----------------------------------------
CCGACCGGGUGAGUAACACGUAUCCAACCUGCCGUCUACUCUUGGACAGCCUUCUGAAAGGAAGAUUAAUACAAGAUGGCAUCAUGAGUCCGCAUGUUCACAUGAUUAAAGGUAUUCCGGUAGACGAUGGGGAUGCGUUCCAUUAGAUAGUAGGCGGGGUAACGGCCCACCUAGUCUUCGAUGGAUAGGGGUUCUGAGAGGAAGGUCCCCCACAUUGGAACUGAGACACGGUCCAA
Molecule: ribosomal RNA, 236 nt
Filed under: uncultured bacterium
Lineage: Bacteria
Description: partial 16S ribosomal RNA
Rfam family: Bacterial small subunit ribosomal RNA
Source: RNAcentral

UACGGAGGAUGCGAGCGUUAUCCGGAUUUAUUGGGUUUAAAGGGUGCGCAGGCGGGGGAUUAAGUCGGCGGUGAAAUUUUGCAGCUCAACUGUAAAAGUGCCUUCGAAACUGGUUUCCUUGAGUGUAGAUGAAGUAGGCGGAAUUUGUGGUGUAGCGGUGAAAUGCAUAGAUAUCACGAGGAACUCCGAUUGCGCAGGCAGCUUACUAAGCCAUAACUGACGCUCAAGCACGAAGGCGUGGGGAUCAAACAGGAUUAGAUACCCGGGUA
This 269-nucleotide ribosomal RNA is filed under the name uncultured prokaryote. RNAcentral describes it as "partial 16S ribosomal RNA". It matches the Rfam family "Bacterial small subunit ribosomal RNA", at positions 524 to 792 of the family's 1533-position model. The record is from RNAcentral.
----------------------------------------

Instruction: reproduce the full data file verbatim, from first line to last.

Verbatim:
CCGACCGGGUGAGUAACACGUAUCCAACCUGCCGUCUACUCUUGGACAGCCUUCUGAAAGGAAGAUUAAUACAAGAUGGCAUCAUGAGUCCGCAUGUUCACAUGAUUAAAGGUAUUCCGGUAGACGAUGGGGAUGCGUUCCAUUAGAUAGUAGGCGGGGUAACGGCCCACCUAGUCUUCGAUGGAUAGGGGUUCUGAGAGGAAGGUCCCCCACAUUGGAACUGAGACACGGUCCAA
Molecule: ribosomal RNA, 236 nt
Filed under: uncultured bacterium
Lineage: Bacteria
Description: partial 16S ribosomal RNA
Rfam family: Bacterial small subunit ribosomal RNA
Source: RNAcentral

UACGGAGGAUGCGAGCGUUAUCCGGAUUUAUUGGGUUUAAAGGGUGCGCAGGCGGGGGAUUAAGUCGGCGGUGAAAUUUUGCAGCUCAACUGUAAAAGUGCCUUCGAAACUGGUUUCCUUGAGUGUAGAUGAAGUAGGCGGAAUUUGUGGUGUAGCGGUGAAAUGCAUAGAUAUCACGAGGAACUCCGAUUGCGCAGGCAGCUUACUAAGCCAUAACUGACGCUCAAGCACGAAGGCGUGGGGAUCAAACAGGAUUAGAUACCCGGGUA
This 269-nucleotide ribosomal RNA is filed under the name uncultured prokaryote. RNAcentral describes it as "partial 16S ribosomal RNA". It matches the Rfam family "Bacterial small subunit ribosomal RNA", at positions 524 to 792 of the family's 1533-position model. The record is from RNAcentral.